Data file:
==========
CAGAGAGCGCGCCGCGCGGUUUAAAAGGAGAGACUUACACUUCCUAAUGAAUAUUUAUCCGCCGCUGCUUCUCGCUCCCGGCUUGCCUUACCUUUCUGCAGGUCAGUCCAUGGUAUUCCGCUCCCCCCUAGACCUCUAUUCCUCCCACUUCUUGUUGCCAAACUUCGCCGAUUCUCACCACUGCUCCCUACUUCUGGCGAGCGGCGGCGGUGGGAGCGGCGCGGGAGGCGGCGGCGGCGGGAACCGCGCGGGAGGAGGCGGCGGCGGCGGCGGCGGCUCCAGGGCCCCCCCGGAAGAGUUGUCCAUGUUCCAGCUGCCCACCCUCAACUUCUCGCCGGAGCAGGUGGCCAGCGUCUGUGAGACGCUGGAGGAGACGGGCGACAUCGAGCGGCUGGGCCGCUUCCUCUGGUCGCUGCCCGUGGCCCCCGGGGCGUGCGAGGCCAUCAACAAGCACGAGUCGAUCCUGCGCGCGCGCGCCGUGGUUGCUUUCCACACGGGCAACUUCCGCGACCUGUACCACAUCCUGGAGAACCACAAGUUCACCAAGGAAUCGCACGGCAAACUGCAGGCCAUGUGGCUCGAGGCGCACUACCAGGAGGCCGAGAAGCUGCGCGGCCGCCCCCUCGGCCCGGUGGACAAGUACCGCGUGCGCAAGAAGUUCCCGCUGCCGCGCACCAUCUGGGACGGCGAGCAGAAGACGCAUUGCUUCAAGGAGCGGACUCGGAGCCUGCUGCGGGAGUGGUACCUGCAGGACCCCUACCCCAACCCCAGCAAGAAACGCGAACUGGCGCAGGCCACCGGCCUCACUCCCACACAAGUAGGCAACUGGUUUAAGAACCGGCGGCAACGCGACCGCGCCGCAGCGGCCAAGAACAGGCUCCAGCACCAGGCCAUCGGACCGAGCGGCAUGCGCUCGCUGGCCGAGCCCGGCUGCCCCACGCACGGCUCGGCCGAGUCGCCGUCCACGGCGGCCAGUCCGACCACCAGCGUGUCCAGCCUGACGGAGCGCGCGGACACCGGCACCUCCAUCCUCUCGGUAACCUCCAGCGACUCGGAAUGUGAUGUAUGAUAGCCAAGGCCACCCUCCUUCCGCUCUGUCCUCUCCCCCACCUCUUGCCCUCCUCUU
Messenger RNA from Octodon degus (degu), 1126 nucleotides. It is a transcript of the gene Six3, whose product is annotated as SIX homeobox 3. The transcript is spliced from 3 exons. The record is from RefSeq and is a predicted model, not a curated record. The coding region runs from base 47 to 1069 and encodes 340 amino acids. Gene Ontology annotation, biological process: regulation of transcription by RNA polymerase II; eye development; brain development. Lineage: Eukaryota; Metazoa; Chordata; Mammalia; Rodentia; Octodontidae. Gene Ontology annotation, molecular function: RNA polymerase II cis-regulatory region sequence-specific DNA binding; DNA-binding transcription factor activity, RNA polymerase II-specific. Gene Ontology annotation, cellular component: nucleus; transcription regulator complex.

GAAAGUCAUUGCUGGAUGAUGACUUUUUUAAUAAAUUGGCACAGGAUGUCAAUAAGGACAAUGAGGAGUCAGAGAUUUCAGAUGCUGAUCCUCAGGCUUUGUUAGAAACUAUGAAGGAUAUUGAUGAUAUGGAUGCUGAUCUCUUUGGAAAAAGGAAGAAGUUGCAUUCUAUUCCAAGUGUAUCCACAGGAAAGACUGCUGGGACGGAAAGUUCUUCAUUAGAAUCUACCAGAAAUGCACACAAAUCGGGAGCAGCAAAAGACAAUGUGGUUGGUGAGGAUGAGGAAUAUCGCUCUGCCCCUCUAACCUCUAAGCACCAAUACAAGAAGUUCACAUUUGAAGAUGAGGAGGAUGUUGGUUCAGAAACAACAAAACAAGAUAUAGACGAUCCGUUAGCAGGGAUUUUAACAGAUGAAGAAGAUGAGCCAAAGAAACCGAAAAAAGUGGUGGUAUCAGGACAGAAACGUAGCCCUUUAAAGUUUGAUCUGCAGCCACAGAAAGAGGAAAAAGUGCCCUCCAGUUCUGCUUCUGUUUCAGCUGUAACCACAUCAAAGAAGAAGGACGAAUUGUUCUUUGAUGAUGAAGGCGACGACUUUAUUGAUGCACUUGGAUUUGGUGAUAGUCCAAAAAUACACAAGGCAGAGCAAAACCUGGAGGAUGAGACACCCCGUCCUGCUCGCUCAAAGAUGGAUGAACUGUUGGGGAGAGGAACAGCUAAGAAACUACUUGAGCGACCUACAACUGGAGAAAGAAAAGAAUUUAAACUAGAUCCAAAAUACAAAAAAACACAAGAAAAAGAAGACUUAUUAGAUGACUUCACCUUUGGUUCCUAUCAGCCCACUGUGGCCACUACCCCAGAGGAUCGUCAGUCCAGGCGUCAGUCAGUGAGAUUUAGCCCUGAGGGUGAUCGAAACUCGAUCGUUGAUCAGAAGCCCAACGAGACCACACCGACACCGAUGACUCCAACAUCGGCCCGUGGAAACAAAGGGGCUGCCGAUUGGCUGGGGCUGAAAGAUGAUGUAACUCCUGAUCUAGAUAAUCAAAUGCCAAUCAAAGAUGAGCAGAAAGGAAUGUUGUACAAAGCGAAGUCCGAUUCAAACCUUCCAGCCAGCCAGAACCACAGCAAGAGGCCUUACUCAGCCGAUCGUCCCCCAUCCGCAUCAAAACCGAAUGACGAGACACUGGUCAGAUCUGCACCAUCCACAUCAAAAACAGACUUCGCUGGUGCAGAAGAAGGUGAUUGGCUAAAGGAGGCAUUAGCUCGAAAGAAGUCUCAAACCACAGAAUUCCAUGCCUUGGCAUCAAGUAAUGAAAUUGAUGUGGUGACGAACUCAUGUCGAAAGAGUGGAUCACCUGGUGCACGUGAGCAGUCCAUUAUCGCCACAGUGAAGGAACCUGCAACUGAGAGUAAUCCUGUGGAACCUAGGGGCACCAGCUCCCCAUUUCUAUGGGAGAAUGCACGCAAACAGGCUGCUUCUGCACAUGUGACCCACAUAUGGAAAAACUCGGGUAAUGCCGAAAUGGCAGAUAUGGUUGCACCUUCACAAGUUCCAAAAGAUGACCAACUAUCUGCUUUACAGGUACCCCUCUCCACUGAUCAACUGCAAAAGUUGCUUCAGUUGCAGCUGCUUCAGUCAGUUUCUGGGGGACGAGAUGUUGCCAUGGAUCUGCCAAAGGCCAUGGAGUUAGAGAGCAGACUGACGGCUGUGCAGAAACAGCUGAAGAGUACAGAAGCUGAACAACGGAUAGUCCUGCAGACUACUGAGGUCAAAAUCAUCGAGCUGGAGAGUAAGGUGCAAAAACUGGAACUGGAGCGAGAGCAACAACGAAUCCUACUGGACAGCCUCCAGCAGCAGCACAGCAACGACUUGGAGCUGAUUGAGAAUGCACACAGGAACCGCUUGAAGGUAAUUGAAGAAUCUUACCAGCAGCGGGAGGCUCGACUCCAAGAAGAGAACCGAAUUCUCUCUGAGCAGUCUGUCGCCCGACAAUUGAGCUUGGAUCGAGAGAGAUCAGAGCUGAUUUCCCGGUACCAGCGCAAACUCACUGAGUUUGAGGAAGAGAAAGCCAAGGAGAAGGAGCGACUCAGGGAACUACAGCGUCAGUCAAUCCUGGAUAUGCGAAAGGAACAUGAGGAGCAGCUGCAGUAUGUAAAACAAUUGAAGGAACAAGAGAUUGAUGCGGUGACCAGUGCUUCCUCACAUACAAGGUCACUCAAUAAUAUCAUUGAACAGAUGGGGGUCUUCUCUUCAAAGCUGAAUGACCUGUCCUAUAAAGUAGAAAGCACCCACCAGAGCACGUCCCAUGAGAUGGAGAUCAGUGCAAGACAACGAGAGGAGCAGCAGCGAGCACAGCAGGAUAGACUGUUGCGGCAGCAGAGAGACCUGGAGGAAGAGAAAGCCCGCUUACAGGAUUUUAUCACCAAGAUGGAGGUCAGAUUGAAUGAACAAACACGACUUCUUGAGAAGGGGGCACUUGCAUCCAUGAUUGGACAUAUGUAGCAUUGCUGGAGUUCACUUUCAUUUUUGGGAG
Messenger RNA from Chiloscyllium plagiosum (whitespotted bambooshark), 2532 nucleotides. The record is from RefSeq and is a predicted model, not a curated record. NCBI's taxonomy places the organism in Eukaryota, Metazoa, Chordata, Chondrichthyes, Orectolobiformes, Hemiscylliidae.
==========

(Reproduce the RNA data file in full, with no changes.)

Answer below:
CAGAGAGCGCGCCGCGCGGUUUAAAAGGAGAGACUUACACUUCCUAAUGAAUAUUUAUCCGCCGCUGCUUCUCGCUCCCGGCUUGCCUUACCUUUCUGCAGGUCAGUCCAUGGUAUUCCGCUCCCCCCUAGACCUCUAUUCCUCCCACUUCUUGUUGCCAAACUUCGCCGAUUCUCACCACUGCUCCCUACUUCUGGCGAGCGGCGGCGGUGGGAGCGGCGCGGGAGGCGGCGGCGGCGGGAACCGCGCGGGAGGAGGCGGCGGCGGCGGCGGCGGCUCCAGGGCCCCCCCGGAAGAGUUGUCCAUGUUCCAGCUGCCCACCCUCAACUUCUCGCCGGAGCAGGUGGCCAGCGUCUGUGAGACGCUGGAGGAGACGGGCGACAUCGAGCGGCUGGGCCGCUUCCUCUGGUCGCUGCCCGUGGCCCCCGGGGCGUGCGAGGCCAUCAACAAGCACGAGUCGAUCCUGCGCGCGCGCGCCGUGGUUGCUUUCCACACGGGCAACUUCCGCGACCUGUACCACAUCCUGGAGAACCACAAGUUCACCAAGGAAUCGCACGGCAAACUGCAGGCCAUGUGGCUCGAGGCGCACUACCAGGAGGCCGAGAAGCUGCGCGGCCGCCCCCUCGGCCCGGUGGACAAGUACCGCGUGCGCAAGAAGUUCCCGCUGCCGCGCACCAUCUGGGACGGCGAGCAGAAGACGCAUUGCUUCAAGGAGCGGACUCGGAGCCUGCUGCGGGAGUGGUACCUGCAGGACCCCUACCCCAACCCCAGCAAGAAACGCGAACUGGCGCAGGCCACCGGCCUCACUCCCACACAAGUAGGCAACUGGUUUAAGAACCGGCGGCAACGCGACCGCGCCGCAGCGGCCAAGAACAGGCUCCAGCACCAGGCCAUCGGACCGAGCGGCAUGCGCUCGCUGGCCGAGCCCGGCUGCCCCACGCACGGCUCGGCCGAGUCGCCGUCCACGGCGGCCAGUCCGACCACCAGCGUGUCCAGCCUGACGGAGCGCGCGGACACCGGCACCUCCAUCCUCUCGGUAACCUCCAGCGACUCGGAAUGUGAUGUAUGAUAGCCAAGGCCACCCUCCUUCCGCUCUGUCCUCUCCCCCACCUCUUGCCCUCCUCUU
Messenger RNA from Octodon degus (degu), 1126 nucleotides. It is a transcript of the gene Six3, whose product is annotated as SIX homeobox 3. The transcript is spliced from 3 exons. The record is from RefSeq and is a predicted model, not a curated record. The coding region runs from base 47 to 1069 and encodes 340 amino acids. Gene Ontology annotation, biological process: regulation of transcription by RNA polymerase II; eye development; brain development. Lineage: Eukaryota; Metazoa; Chordata; Mammalia; Rodentia; Octodontidae. Gene Ontology annotation, molecular function: RNA polymerase II cis-regulatory region sequence-specific DNA binding; DNA-binding transcription factor activity, RNA polymerase II-specific. Gene Ontology annotation, cellular component: nucleus; transcription regulator complex.

GAAAGUCAUUGCUGGAUGAUGACUUUUUUAAUAAAUUGGCACAGGAUGUCAAUAAGGACAAUGAGGAGUCAGAGAUUUCAGAUGCUGAUCCUCAGGCUUUGUUAGAAACUAUGAAGGAUAUUGAUGAUAUGGAUGCUGAUCUCUUUGGAAAAAGGAAGAAGUUGCAUUCUAUUCCAAGUGUAUCCACAGGAAAGACUGCUGGGACGGAAAGUUCUUCAUUAGAAUCUACCAGAAAUGCACACAAAUCGGGAGCAGCAAAAGACAAUGUGGUUGGUGAGGAUGAGGAAUAUCGCUCUGCCCCUCUAACCUCUAAGCACCAAUACAAGAAGUUCACAUUUGAAGAUGAGGAGGAUGUUGGUUCAGAAACAACAAAACAAGAUAUAGACGAUCCGUUAGCAGGGAUUUUAACAGAUGAAGAAGAUGAGCCAAAGAAACCGAAAAAAGUGGUGGUAUCAGGACAGAAACGUAGCCCUUUAAAGUUUGAUCUGCAGCCACAGAAAGAGGAAAAAGUGCCCUCCAGUUCUGCUUCUGUUUCAGCUGUAACCACAUCAAAGAAGAAGGACGAAUUGUUCUUUGAUGAUGAAGGCGACGACUUUAUUGAUGCACUUGGAUUUGGUGAUAGUCCAAAAAUACACAAGGCAGAGCAAAACCUGGAGGAUGAGACACCCCGUCCUGCUCGCUCAAAGAUGGAUGAACUGUUGGGGAGAGGAACAGCUAAGAAACUACUUGAGCGACCUACAACUGGAGAAAGAAAAGAAUUUAAACUAGAUCCAAAAUACAAAAAAACACAAGAAAAAGAAGACUUAUUAGAUGACUUCACCUUUGGUUCCUAUCAGCCCACUGUGGCCACUACCCCAGAGGAUCGUCAGUCCAGGCGUCAGUCAGUGAGAUUUAGCCCUGAGGGUGAUCGAAACUCGAUCGUUGAUCAGAAGCCCAACGAGACCACACCGACACCGAUGACUCCAACAUCGGCCCGUGGAAACAAAGGGGCUGCCGAUUGGCUGGGGCUGAAAGAUGAUGUAACUCCUGAUCUAGAUAAUCAAAUGCCAAUCAAAGAUGAGCAGAAAGGAAUGUUGUACAAAGCGAAGUCCGAUUCAAACCUUCCAGCCAGCCAGAACCACAGCAAGAGGCCUUACUCAGCCGAUCGUCCCCCAUCCGCAUCAAAACCGAAUGACGAGACACUGGUCAGAUCUGCACCAUCCACAUCAAAAACAGACUUCGCUGGUGCAGAAGAAGGUGAUUGGCUAAAGGAGGCAUUAGCUCGAAAGAAGUCUCAAACCACAGAAUUCCAUGCCUUGGCAUCAAGUAAUGAAAUUGAUGUGGUGACGAACUCAUGUCGAAAGAGUGGAUCACCUGGUGCACGUGAGCAGUCCAUUAUCGCCACAGUGAAGGAACCUGCAACUGAGAGUAAUCCUGUGGAACCUAGGGGCACCAGCUCCCCAUUUCUAUGGGAGAAUGCACGCAAACAGGCUGCUUCUGCACAUGUGACCCACAUAUGGAAAAACUCGGGUAAUGCCGAAAUGGCAGAUAUGGUUGCACCUUCACAAGUUCCAAAAGAUGACCAACUAUCUGCUUUACAGGUACCCCUCUCCACUGAUCAACUGCAAAAGUUGCUUCAGUUGCAGCUGCUUCAGUCAGUUUCUGGGGGACGAGAUGUUGCCAUGGAUCUGCCAAAGGCCAUGGAGUUAGAGAGCAGACUGACGGCUGUGCAGAAACAGCUGAAGAGUACAGAAGCUGAACAACGGAUAGUCCUGCAGACUACUGAGGUCAAAAUCAUCGAGCUGGAGAGUAAGGUGCAAAAACUGGAACUGGAGCGAGAGCAACAACGAAUCCUACUGGACAGCCUCCAGCAGCAGCACAGCAACGACUUGGAGCUGAUUGAGAAUGCACACAGGAACCGCUUGAAGGUAAUUGAAGAAUCUUACCAGCAGCGGGAGGCUCGACUCCAAGAAGAGAACCGAAUUCUCUCUGAGCAGUCUGUCGCCCGACAAUUGAGCUUGGAUCGAGAGAGAUCAGAGCUGAUUUCCCGGUACCAGCGCAAACUCACUGAGUUUGAGGAAGAGAAAGCCAAGGAGAAGGAGCGACUCAGGGAACUACAGCGUCAGUCAAUCCUGGAUAUGCGAAAGGAACAUGAGGAGCAGCUGCAGUAUGUAAAACAAUUGAAGGAACAAGAGAUUGAUGCGGUGACCAGUGCUUCCUCACAUACAAGGUCACUCAAUAAUAUCAUUGAACAGAUGGGGGUCUUCUCUUCAAAGCUGAAUGACCUGUCCUAUAAAGUAGAAAGCACCCACCAGAGCACGUCCCAUGAGAUGGAGAUCAGUGCAAGACAACGAGAGGAGCAGCAGCGAGCACAGCAGGAUAGACUGUUGCGGCAGCAGAGAGACCUGGAGGAAGAGAAAGCCCGCUUACAGGAUUUUAUCACCAAGAUGGAGGUCAGAUUGAAUGAACAAACACGACUUCUUGAGAAGGGGGCACUUGCAUCCAUGAUUGGACAUAUGUAGCAUUGCUGGAGUUCACUUUCAUUUUUGGGAG
Messenger RNA from Chiloscyllium plagiosum (whitespotted bambooshark), 2532 nucleotides. The record is from RefSeq and is a predicted model, not a curated record. NCBI's taxonomy places the organism in Eukaryota, Metazoa, Chordata, Chondrichthyes, Orectolobiformes, Hemiscylliidae.